Cape Town - A local company was shocked to discover that their transparent display innovation was a world first, despite earlier attempts by major corporations.
"The one thing we weren't sure of before we went to CeBIT was whether it really was a world first. We actually couldn't really believe that no-one else had actually produced this kind of an image yet," Alex Baroutsos, managing director of Bottomline Interactive told News24.
The company built the truto one transparent display that garnered much attention at the prestigious CeBIT technology trade show in Germany.
Baroutsos said that the innovation improved the display technology that allows users to interact with content that appears to be realistic.
"The problem with all of them is that they've all been great but they've lacked one main thing: And that is they've all given up one colour for transparency," he said of previous efforts to create a transparent display.
The main problem with previous displays was that the production of white and black was difficult because of the way the design employed technology.
The result was that colours were often not realistic.
"All we've really done is played around with technologies and software and actually created one display that can produce the entire colour spectrum, but also gives us the flexibility to still control transparency," said Baroutsos.
For those who would wish to have a transparent display on a desktop PC or even mobile phone, Baroutsos had disappointing news.
"This is never going to replace your desktop display: For one, it is a lot bigger than flat panel LCD as well, so it's not for home or work desktop computing."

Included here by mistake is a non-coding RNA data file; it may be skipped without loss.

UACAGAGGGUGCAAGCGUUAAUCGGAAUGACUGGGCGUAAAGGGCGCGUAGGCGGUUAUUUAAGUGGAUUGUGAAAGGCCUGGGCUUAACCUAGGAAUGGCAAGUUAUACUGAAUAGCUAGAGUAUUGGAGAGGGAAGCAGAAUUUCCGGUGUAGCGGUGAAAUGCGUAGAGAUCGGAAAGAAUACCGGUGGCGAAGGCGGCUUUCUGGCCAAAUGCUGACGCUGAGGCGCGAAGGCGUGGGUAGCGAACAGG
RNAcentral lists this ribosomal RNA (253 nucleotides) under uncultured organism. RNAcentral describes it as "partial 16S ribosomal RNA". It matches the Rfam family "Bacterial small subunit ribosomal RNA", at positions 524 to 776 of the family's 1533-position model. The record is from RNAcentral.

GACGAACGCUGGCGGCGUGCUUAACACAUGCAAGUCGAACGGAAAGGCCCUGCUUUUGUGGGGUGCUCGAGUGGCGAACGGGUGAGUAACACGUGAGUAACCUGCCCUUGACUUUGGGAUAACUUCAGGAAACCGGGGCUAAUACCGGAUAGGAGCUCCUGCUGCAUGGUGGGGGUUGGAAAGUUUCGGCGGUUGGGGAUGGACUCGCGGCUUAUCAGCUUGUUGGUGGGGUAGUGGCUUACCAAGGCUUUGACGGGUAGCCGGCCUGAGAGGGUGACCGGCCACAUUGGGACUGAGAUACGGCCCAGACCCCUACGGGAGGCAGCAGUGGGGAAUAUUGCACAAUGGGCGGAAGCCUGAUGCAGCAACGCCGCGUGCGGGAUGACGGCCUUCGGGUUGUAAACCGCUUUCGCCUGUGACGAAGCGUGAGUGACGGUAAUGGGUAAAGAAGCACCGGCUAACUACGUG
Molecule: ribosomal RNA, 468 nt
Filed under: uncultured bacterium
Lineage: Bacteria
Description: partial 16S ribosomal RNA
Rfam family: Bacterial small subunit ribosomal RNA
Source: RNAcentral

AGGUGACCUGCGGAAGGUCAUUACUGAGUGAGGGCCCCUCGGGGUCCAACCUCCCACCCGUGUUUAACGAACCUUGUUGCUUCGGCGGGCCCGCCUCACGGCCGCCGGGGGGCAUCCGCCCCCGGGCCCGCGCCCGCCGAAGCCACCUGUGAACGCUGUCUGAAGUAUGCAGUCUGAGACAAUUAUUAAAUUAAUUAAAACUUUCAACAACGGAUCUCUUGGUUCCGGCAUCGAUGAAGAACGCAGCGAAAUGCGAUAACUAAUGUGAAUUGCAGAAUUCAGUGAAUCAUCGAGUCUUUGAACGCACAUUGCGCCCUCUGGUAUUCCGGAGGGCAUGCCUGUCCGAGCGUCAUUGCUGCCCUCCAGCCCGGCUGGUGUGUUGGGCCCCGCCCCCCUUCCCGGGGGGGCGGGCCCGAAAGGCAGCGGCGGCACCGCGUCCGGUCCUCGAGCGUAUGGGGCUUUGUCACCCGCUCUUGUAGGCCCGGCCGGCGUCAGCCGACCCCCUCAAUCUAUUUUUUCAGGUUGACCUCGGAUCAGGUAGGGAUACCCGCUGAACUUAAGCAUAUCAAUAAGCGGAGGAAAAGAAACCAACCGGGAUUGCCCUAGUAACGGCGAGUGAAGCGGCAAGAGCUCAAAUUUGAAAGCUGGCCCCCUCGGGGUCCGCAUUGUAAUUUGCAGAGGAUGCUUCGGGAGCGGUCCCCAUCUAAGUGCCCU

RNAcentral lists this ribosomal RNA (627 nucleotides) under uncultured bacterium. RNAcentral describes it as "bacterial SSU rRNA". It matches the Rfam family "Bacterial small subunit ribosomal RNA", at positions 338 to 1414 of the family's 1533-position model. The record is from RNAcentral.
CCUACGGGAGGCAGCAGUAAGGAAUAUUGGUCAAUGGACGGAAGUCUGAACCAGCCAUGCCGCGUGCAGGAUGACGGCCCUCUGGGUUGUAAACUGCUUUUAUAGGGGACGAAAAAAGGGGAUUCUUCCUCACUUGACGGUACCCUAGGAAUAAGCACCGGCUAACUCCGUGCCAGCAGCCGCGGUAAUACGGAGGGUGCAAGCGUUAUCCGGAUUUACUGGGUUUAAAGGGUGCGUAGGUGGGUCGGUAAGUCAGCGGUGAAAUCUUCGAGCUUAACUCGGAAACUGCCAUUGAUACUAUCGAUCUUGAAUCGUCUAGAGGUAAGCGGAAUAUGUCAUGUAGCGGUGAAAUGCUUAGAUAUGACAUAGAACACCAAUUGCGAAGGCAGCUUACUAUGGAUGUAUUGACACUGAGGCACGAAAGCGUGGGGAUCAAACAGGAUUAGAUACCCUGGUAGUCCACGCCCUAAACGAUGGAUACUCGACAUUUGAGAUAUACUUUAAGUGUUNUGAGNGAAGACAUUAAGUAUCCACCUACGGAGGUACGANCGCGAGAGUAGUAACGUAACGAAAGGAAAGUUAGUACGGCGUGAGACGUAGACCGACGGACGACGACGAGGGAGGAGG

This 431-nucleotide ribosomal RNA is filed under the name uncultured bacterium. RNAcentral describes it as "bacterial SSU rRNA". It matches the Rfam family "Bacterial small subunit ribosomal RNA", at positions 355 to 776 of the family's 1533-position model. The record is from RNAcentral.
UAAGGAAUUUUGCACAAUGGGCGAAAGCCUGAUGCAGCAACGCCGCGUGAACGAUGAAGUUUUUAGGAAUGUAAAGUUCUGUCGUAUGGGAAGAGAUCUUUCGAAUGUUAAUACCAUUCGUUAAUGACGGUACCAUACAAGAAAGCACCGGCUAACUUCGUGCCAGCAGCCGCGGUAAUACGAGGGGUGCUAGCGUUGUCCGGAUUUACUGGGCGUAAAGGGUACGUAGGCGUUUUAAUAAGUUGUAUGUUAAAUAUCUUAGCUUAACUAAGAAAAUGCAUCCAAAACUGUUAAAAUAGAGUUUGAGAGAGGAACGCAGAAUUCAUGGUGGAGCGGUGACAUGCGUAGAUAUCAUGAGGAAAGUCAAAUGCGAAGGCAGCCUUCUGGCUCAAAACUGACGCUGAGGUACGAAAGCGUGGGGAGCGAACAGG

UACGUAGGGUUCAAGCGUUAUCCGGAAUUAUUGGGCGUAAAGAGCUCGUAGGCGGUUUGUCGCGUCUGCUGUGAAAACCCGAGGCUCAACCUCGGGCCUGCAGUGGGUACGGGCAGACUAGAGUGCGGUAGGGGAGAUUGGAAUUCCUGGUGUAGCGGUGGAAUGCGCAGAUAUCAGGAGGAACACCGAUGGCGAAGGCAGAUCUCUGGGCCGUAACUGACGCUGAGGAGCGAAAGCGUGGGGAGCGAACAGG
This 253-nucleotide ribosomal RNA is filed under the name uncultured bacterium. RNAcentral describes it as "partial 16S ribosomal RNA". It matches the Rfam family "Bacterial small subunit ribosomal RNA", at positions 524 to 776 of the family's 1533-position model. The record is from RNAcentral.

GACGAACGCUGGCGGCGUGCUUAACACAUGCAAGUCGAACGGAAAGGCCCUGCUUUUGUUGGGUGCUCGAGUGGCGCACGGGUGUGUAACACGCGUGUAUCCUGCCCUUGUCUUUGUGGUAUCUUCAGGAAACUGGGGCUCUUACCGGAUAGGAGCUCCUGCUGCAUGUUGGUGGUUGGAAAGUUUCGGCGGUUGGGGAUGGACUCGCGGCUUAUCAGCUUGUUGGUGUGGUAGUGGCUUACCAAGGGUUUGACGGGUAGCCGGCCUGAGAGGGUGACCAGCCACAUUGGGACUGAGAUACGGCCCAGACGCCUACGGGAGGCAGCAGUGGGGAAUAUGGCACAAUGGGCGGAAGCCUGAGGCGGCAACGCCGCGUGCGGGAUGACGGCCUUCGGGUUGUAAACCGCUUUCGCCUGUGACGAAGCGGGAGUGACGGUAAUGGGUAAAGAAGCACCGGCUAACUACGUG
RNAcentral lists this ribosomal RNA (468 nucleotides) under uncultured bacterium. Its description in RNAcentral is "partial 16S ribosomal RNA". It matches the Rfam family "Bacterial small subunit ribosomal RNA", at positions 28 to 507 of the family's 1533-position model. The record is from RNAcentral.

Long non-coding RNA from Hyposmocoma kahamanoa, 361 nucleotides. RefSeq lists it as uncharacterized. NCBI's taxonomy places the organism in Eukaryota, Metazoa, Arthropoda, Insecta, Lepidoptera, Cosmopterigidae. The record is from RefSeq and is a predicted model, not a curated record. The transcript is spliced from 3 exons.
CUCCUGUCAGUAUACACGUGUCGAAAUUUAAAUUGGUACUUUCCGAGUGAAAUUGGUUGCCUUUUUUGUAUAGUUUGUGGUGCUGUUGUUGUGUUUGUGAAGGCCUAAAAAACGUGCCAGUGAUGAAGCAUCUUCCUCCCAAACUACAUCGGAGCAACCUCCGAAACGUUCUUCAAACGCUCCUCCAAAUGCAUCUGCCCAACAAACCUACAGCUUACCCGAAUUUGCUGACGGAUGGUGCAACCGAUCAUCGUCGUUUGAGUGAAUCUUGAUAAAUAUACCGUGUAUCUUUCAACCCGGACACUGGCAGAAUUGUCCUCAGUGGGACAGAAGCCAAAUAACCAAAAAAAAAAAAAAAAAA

He said that the technology was more suited to large scale applications where users would be able to view and interact with content.
"There's definitely application for it in museums and expos like the show that we were at. It's not only a crowd puller but also the ability of letting people interact with real-world objects behind them through a digital display that can actually map those visuals on to the physical object as well," said Baroutsos.
Bottomline Interactive, which specialises in software, was focused on creating the display that would add a "wow" factor for retail displays.
"We really saw this as just an additional type of display to actually put in to retail environments. People can now be brought up to, for example, a window to interact with content and at the same time be looking into a store.
"The biggest benefit to having a display like this is that you can have a client like Adidas and they can actually display a shoe in true full colour - blacks, whites, the works - whereas normally it would be very translucent," Baroutsos said.
He was not prepared to comment of whether the technology will be licensed or sold because the prototype was only finalised when they arrived at the show.
"We literally finished the prototype before we even got to CeBIT. We were still writing the software while our prototype unit was being shipped off, so we're that young in the sense that we only knew ourselves that it fully worked when we actually got to the show."
Duncan Alfreds / News24.com